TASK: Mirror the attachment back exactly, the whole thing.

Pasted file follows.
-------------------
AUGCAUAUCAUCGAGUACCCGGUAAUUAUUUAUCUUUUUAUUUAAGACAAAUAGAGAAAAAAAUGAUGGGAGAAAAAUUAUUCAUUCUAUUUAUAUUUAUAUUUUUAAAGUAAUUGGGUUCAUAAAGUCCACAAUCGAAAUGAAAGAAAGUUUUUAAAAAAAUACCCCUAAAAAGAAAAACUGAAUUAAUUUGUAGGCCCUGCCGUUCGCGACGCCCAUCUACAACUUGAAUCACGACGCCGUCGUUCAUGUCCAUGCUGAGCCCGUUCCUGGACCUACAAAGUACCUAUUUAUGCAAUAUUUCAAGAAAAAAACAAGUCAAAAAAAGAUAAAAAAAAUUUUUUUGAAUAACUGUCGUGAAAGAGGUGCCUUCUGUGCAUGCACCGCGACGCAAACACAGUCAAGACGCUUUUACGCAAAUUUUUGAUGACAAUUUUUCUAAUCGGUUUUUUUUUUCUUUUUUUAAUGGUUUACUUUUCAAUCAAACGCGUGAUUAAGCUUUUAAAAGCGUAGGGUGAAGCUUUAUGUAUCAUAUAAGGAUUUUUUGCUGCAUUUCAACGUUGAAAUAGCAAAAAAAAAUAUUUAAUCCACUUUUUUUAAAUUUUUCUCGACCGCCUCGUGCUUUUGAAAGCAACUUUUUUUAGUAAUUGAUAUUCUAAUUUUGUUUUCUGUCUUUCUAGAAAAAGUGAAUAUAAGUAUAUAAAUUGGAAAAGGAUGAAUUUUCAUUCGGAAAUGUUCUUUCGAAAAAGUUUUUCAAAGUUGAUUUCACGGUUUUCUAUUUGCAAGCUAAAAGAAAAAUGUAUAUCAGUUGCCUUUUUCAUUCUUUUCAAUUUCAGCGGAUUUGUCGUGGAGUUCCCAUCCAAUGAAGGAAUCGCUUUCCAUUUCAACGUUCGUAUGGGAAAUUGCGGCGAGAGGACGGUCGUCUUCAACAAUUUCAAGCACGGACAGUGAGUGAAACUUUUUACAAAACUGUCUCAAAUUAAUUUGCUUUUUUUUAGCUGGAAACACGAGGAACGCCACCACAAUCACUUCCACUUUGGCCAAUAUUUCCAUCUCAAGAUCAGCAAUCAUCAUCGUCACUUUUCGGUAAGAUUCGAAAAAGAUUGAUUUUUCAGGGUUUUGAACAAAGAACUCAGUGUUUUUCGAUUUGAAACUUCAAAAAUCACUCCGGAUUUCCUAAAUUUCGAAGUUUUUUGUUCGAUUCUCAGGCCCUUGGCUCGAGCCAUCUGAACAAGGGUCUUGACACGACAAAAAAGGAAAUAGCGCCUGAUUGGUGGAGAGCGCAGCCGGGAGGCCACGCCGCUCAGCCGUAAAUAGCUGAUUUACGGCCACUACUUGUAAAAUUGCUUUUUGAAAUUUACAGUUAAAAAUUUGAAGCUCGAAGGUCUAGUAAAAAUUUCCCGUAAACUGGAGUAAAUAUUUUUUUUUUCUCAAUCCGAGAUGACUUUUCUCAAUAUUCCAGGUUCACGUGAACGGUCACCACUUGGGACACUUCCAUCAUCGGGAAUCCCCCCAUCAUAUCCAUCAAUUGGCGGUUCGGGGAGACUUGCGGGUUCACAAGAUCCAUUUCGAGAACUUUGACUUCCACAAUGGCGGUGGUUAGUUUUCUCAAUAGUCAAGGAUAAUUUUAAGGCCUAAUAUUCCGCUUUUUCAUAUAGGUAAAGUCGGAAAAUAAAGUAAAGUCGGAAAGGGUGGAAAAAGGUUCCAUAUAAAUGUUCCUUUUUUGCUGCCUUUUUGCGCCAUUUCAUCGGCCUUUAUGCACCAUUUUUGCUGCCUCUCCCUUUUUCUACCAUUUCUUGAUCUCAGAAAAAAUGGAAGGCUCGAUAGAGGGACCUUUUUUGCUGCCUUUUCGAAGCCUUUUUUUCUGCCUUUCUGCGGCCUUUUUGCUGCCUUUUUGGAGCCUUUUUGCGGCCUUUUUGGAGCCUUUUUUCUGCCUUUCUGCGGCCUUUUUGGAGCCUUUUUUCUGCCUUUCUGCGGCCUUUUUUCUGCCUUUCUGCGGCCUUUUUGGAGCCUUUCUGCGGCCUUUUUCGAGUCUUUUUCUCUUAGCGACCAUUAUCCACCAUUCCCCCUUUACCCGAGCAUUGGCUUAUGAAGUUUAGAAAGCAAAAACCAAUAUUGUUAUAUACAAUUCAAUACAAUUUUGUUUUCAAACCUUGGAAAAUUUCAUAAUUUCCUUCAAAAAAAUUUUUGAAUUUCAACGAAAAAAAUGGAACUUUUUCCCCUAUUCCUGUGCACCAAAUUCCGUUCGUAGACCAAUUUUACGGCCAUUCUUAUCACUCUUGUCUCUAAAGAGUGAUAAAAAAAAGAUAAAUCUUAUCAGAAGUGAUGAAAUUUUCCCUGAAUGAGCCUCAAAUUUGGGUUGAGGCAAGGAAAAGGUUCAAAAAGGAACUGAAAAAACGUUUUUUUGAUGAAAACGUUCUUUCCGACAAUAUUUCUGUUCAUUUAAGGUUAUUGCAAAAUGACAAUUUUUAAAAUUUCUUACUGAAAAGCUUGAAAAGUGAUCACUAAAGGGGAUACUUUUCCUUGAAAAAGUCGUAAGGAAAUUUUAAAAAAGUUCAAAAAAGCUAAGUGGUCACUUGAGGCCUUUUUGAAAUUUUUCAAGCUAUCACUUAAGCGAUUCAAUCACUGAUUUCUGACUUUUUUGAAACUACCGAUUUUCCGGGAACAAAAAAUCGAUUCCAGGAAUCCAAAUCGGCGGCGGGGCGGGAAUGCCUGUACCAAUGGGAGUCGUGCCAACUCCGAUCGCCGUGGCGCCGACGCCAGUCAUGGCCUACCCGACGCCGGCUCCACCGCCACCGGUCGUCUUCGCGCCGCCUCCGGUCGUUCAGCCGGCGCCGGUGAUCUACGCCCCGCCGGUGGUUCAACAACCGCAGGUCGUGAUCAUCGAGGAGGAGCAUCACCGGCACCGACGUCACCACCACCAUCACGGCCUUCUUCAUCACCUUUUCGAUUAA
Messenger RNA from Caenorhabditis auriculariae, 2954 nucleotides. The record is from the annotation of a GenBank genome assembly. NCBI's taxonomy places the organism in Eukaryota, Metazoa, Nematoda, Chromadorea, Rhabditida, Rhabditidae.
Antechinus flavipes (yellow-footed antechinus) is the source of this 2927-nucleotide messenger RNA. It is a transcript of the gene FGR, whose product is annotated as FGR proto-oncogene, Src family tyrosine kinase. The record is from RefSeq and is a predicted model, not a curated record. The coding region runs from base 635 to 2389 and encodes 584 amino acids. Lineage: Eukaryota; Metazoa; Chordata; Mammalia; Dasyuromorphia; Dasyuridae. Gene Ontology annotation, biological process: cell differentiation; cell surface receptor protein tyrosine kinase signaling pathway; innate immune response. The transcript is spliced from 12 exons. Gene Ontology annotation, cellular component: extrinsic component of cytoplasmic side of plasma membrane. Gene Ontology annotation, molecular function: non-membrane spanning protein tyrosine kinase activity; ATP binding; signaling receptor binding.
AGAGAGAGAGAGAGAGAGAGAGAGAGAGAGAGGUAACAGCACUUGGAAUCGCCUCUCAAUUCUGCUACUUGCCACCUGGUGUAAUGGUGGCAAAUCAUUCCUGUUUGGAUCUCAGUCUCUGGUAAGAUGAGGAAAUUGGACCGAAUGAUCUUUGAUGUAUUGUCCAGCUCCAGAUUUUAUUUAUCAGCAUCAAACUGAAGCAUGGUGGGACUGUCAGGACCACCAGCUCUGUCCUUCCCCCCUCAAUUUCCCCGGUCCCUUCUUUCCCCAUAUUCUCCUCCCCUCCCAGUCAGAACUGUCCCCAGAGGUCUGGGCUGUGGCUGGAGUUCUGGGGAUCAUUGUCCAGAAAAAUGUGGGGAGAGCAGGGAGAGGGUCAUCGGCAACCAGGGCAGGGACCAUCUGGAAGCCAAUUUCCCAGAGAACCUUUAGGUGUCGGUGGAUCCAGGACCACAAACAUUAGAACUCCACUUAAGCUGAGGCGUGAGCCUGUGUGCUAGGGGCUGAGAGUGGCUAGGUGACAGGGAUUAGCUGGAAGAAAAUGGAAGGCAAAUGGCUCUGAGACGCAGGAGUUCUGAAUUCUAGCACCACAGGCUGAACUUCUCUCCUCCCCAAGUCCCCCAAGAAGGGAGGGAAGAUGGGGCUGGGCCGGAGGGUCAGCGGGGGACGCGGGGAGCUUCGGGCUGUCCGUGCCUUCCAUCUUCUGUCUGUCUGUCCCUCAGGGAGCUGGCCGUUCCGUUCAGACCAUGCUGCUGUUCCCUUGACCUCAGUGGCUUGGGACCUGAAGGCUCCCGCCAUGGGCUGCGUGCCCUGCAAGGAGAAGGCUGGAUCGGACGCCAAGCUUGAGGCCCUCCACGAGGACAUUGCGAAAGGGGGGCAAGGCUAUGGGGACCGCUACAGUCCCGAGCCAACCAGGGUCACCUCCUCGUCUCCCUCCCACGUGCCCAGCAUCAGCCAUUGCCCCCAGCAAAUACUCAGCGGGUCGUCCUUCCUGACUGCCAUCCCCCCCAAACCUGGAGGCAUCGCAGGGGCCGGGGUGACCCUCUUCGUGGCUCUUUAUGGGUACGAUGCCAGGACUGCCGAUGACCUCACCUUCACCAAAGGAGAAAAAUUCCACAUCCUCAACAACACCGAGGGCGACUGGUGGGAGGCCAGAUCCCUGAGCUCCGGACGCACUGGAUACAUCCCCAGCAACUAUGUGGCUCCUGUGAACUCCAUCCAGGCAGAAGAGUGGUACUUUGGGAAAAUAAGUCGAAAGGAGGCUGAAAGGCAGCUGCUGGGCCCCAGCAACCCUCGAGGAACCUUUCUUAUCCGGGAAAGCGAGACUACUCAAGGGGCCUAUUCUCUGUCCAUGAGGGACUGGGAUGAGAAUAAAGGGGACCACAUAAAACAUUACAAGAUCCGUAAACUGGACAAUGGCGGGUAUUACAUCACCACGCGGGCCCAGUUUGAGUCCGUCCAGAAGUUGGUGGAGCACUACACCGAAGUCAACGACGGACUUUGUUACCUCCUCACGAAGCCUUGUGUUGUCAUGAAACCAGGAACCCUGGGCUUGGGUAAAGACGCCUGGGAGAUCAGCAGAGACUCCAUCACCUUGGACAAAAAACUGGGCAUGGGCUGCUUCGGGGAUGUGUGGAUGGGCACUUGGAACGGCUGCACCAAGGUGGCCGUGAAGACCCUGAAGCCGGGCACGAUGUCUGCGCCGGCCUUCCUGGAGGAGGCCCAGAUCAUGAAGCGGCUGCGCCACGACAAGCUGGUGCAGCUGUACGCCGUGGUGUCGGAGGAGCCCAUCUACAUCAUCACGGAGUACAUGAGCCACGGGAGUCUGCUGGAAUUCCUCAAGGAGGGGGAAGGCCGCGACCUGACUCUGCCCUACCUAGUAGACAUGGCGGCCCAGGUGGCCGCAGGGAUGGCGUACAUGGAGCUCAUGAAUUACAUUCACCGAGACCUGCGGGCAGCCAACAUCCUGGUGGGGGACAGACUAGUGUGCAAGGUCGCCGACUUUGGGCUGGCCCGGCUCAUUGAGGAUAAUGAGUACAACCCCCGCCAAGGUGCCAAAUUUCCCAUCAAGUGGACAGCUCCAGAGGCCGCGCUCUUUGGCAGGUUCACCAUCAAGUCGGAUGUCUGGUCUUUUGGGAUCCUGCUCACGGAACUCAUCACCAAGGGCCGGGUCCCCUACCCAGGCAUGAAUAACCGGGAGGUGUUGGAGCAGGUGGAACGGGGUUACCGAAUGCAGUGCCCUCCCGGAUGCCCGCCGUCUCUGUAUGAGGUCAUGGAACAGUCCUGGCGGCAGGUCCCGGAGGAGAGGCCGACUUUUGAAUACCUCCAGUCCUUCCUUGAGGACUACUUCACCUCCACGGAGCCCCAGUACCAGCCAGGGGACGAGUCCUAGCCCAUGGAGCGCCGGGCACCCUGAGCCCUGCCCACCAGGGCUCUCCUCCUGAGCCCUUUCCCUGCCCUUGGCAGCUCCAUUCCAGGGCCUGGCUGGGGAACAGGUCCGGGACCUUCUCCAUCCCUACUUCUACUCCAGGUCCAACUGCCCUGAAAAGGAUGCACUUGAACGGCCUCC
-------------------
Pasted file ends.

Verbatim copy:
AUGCAUAUCAUCGAGUACCCGGUAAUUAUUUAUCUUUUUAUUUAAGACAAAUAGAGAAAAAAAUGAUGGGAGAAAAAUUAUUCAUUCUAUUUAUAUUUAUAUUUUUAAAGUAAUUGGGUUCAUAAAGUCCACAAUCGAAAUGAAAGAAAGUUUUUAAAAAAAUACCCCUAAAAAGAAAAACUGAAUUAAUUUGUAGGCCCUGCCGUUCGCGACGCCCAUCUACAACUUGAAUCACGACGCCGUCGUUCAUGUCCAUGCUGAGCCCGUUCCUGGACCUACAAAGUACCUAUUUAUGCAAUAUUUCAAGAAAAAAACAAGUCAAAAAAAGAUAAAAAAAAUUUUUUUGAAUAACUGUCGUGAAAGAGGUGCCUUCUGUGCAUGCACCGCGACGCAAACACAGUCAAGACGCUUUUACGCAAAUUUUUGAUGACAAUUUUUCUAAUCGGUUUUUUUUUUCUUUUUUUAAUGGUUUACUUUUCAAUCAAACGCGUGAUUAAGCUUUUAAAAGCGUAGGGUGAAGCUUUAUGUAUCAUAUAAGGAUUUUUUGCUGCAUUUCAACGUUGAAAUAGCAAAAAAAAAUAUUUAAUCCACUUUUUUUAAAUUUUUCUCGACCGCCUCGUGCUUUUGAAAGCAACUUUUUUUAGUAAUUGAUAUUCUAAUUUUGUUUUCUGUCUUUCUAGAAAAAGUGAAUAUAAGUAUAUAAAUUGGAAAAGGAUGAAUUUUCAUUCGGAAAUGUUCUUUCGAAAAAGUUUUUCAAAGUUGAUUUCACGGUUUUCUAUUUGCAAGCUAAAAGAAAAAUGUAUAUCAGUUGCCUUUUUCAUUCUUUUCAAUUUCAGCGGAUUUGUCGUGGAGUUCCCAUCCAAUGAAGGAAUCGCUUUCCAUUUCAACGUUCGUAUGGGAAAUUGCGGCGAGAGGACGGUCGUCUUCAACAAUUUCAAGCACGGACAGUGAGUGAAACUUUUUACAAAACUGUCUCAAAUUAAUUUGCUUUUUUUUAGCUGGAAACACGAGGAACGCCACCACAAUCACUUCCACUUUGGCCAAUAUUUCCAUCUCAAGAUCAGCAAUCAUCAUCGUCACUUUUCGGUAAGAUUCGAAAAAGAUUGAUUUUUCAGGGUUUUGAACAAAGAACUCAGUGUUUUUCGAUUUGAAACUUCAAAAAUCACUCCGGAUUUCCUAAAUUUCGAAGUUUUUUGUUCGAUUCUCAGGCCCUUGGCUCGAGCCAUCUGAACAAGGGUCUUGACACGACAAAAAAGGAAAUAGCGCCUGAUUGGUGGAGAGCGCAGCCGGGAGGCCACGCCGCUCAGCCGUAAAUAGCUGAUUUACGGCCACUACUUGUAAAAUUGCUUUUUGAAAUUUACAGUUAAAAAUUUGAAGCUCGAAGGUCUAGUAAAAAUUUCCCGUAAACUGGAGUAAAUAUUUUUUUUUUCUCAAUCCGAGAUGACUUUUCUCAAUAUUCCAGGUUCACGUGAACGGUCACCACUUGGGACACUUCCAUCAUCGGGAAUCCCCCCAUCAUAUCCAUCAAUUGGCGGUUCGGGGAGACUUGCGGGUUCACAAGAUCCAUUUCGAGAACUUUGACUUCCACAAUGGCGGUGGUUAGUUUUCUCAAUAGUCAAGGAUAAUUUUAAGGCCUAAUAUUCCGCUUUUUCAUAUAGGUAAAGUCGGAAAAUAAAGUAAAGUCGGAAAGGGUGGAAAAAGGUUCCAUAUAAAUGUUCCUUUUUUGCUGCCUUUUUGCGCCAUUUCAUCGGCCUUUAUGCACCAUUUUUGCUGCCUCUCCCUUUUUCUACCAUUUCUUGAUCUCAGAAAAAAUGGAAGGCUCGAUAGAGGGACCUUUUUUGCUGCCUUUUCGAAGCCUUUUUUUCUGCCUUUCUGCGGCCUUUUUGCUGCCUUUUUGGAGCCUUUUUGCGGCCUUUUUGGAGCCUUUUUUCUGCCUUUCUGCGGCCUUUUUGGAGCCUUUUUUCUGCCUUUCUGCGGCCUUUUUUCUGCCUUUCUGCGGCCUUUUUGGAGCCUUUCUGCGGCCUUUUUCGAGUCUUUUUCUCUUAGCGACCAUUAUCCACCAUUCCCCCUUUACCCGAGCAUUGGCUUAUGAAGUUUAGAAAGCAAAAACCAAUAUUGUUAUAUACAAUUCAAUACAAUUUUGUUUUCAAACCUUGGAAAAUUUCAUAAUUUCCUUCAAAAAAAUUUUUGAAUUUCAACGAAAAAAAUGGAACUUUUUCCCCUAUUCCUGUGCACCAAAUUCCGUUCGUAGACCAAUUUUACGGCCAUUCUUAUCACUCUUGUCUCUAAAGAGUGAUAAAAAAAAGAUAAAUCUUAUCAGAAGUGAUGAAAUUUUCCCUGAAUGAGCCUCAAAUUUGGGUUGAGGCAAGGAAAAGGUUCAAAAAGGAACUGAAAAAACGUUUUUUUGAUGAAAACGUUCUUUCCGACAAUAUUUCUGUUCAUUUAAGGUUAUUGCAAAAUGACAAUUUUUAAAAUUUCUUACUGAAAAGCUUGAAAAGUGAUCACUAAAGGGGAUACUUUUCCUUGAAAAAGUCGUAAGGAAAUUUUAAAAAAGUUCAAAAAAGCUAAGUGGUCACUUGAGGCCUUUUUGAAAUUUUUCAAGCUAUCACUUAAGCGAUUCAAUCACUGAUUUCUGACUUUUUUGAAACUACCGAUUUUCCGGGAACAAAAAAUCGAUUCCAGGAAUCCAAAUCGGCGGCGGGGCGGGAAUGCCUGUACCAAUGGGAGUCGUGCCAACUCCGAUCGCCGUGGCGCCGACGCCAGUCAUGGCCUACCCGACGCCGGCUCCACCGCCACCGGUCGUCUUCGCGCCGCCUCCGGUCGUUCAGCCGGCGCCGGUGAUCUACGCCCCGCCGGUGGUUCAACAACCGCAGGUCGUGAUCAUCGAGGAGGAGCAUCACCGGCACCGACGUCACCACCACCAUCACGGCCUUCUUCAUCACCUUUUCGAUUAA
Messenger RNA from Caenorhabditis auriculariae, 2954 nucleotides. The record is from the annotation of a GenBank genome assembly. NCBI's taxonomy places the organism in Eukaryota, Metazoa, Nematoda, Chromadorea, Rhabditida, Rhabditidae.
Antechinus flavipes (yellow-footed antechinus) is the source of this 2927-nucleotide messenger RNA. It is a transcript of the gene FGR, whose product is annotated as FGR proto-oncogene, Src family tyrosine kinase. The record is from RefSeq and is a predicted model, not a curated record. The coding region runs from base 635 to 2389 and encodes 584 amino acids. Lineage: Eukaryota; Metazoa; Chordata; Mammalia; Dasyuromorphia; Dasyuridae. Gene Ontology annotation, biological process: cell differentiation; cell surface receptor protein tyrosine kinase signaling pathway; innate immune response. The transcript is spliced from 12 exons. Gene Ontology annotation, cellular component: extrinsic component of cytoplasmic side of plasma membrane. Gene Ontology annotation, molecular function: non-membrane spanning protein tyrosine kinase activity; ATP binding; signaling receptor binding.
AGAGAGAGAGAGAGAGAGAGAGAGAGAGAGAGGUAACAGCACUUGGAAUCGCCUCUCAAUUCUGCUACUUGCCACCUGGUGUAAUGGUGGCAAAUCAUUCCUGUUUGGAUCUCAGUCUCUGGUAAGAUGAGGAAAUUGGACCGAAUGAUCUUUGAUGUAUUGUCCAGCUCCAGAUUUUAUUUAUCAGCAUCAAACUGAAGCAUGGUGGGACUGUCAGGACCACCAGCUCUGUCCUUCCCCCCUCAAUUUCCCCGGUCCCUUCUUUCCCCAUAUUCUCCUCCCCUCCCAGUCAGAACUGUCCCCAGAGGUCUGGGCUGUGGCUGGAGUUCUGGGGAUCAUUGUCCAGAAAAAUGUGGGGAGAGCAGGGAGAGGGUCAUCGGCAACCAGGGCAGGGACCAUCUGGAAGCCAAUUUCCCAGAGAACCUUUAGGUGUCGGUGGAUCCAGGACCACAAACAUUAGAACUCCACUUAAGCUGAGGCGUGAGCCUGUGUGCUAGGGGCUGAGAGUGGCUAGGUGACAGGGAUUAGCUGGAAGAAAAUGGAAGGCAAAUGGCUCUGAGACGCAGGAGUUCUGAAUUCUAGCACCACAGGCUGAACUUCUCUCCUCCCCAAGUCCCCCAAGAAGGGAGGGAAGAUGGGGCUGGGCCGGAGGGUCAGCGGGGGACGCGGGGAGCUUCGGGCUGUCCGUGCCUUCCAUCUUCUGUCUGUCUGUCCCUCAGGGAGCUGGCCGUUCCGUUCAGACCAUGCUGCUGUUCCCUUGACCUCAGUGGCUUGGGACCUGAAGGCUCCCGCCAUGGGCUGCGUGCCCUGCAAGGAGAAGGCUGGAUCGGACGCCAAGCUUGAGGCCCUCCACGAGGACAUUGCGAAAGGGGGGCAAGGCUAUGGGGACCGCUACAGUCCCGAGCCAACCAGGGUCACCUCCUCGUCUCCCUCCCACGUGCCCAGCAUCAGCCAUUGCCCCCAGCAAAUACUCAGCGGGUCGUCCUUCCUGACUGCCAUCCCCCCCAAACCUGGAGGCAUCGCAGGGGCCGGGGUGACCCUCUUCGUGGCUCUUUAUGGGUACGAUGCCAGGACUGCCGAUGACCUCACCUUCACCAAAGGAGAAAAAUUCCACAUCCUCAACAACACCGAGGGCGACUGGUGGGAGGCCAGAUCCCUGAGCUCCGGACGCACUGGAUACAUCCCCAGCAACUAUGUGGCUCCUGUGAACUCCAUCCAGGCAGAAGAGUGGUACUUUGGGAAAAUAAGUCGAAAGGAGGCUGAAAGGCAGCUGCUGGGCCCCAGCAACCCUCGAGGAACCUUUCUUAUCCGGGAAAGCGAGACUACUCAAGGGGCCUAUUCUCUGUCCAUGAGGGACUGGGAUGAGAAUAAAGGGGACCACAUAAAACAUUACAAGAUCCGUAAACUGGACAAUGGCGGGUAUUACAUCACCACGCGGGCCCAGUUUGAGUCCGUCCAGAAGUUGGUGGAGCACUACACCGAAGUCAACGACGGACUUUGUUACCUCCUCACGAAGCCUUGUGUUGUCAUGAAACCAGGAACCCUGGGCUUGGGUAAAGACGCCUGGGAGAUCAGCAGAGACUCCAUCACCUUGGACAAAAAACUGGGCAUGGGCUGCUUCGGGGAUGUGUGGAUGGGCACUUGGAACGGCUGCACCAAGGUGGCCGUGAAGACCCUGAAGCCGGGCACGAUGUCUGCGCCGGCCUUCCUGGAGGAGGCCCAGAUCAUGAAGCGGCUGCGCCACGACAAGCUGGUGCAGCUGUACGCCGUGGUGUCGGAGGAGCCCAUCUACAUCAUCACGGAGUACAUGAGCCACGGGAGUCUGCUGGAAUUCCUCAAGGAGGGGGAAGGCCGCGACCUGACUCUGCCCUACCUAGUAGACAUGGCGGCCCAGGUGGCCGCAGGGAUGGCGUACAUGGAGCUCAUGAAUUACAUUCACCGAGACCUGCGGGCAGCCAACAUCCUGGUGGGGGACAGACUAGUGUGCAAGGUCGCCGACUUUGGGCUGGCCCGGCUCAUUGAGGAUAAUGAGUACAACCCCCGCCAAGGUGCCAAAUUUCCCAUCAAGUGGACAGCUCCAGAGGCCGCGCUCUUUGGCAGGUUCACCAUCAAGUCGGAUGUCUGGUCUUUUGGGAUCCUGCUCACGGAACUCAUCACCAAGGGCCGGGUCCCCUACCCAGGCAUGAAUAACCGGGAGGUGUUGGAGCAGGUGGAACGGGGUUACCGAAUGCAGUGCCCUCCCGGAUGCCCGCCGUCUCUGUAUGAGGUCAUGGAACAGUCCUGGCGGCAGGUCCCGGAGGAGAGGCCGACUUUUGAAUACCUCCAGUCCUUCCUUGAGGACUACUUCACCUCCACGGAGCCCCAGUACCAGCCAGGGGACGAGUCCUAGCCCAUGGAGCGCCGGGCACCCUGAGCCCUGCCCACCAGGGCUCUCCUCCUGAGCCCUUUCCCUGCCCUUGGCAGCUCCAUUCCAGGGCCUGGCUGGGGAACAGGUCCGGGACCUUCUCCAUCCCUACUUCUACUCCAGGUCCAACUGCCCUGAAAAGGAUGCACUUGAACGGCCUCC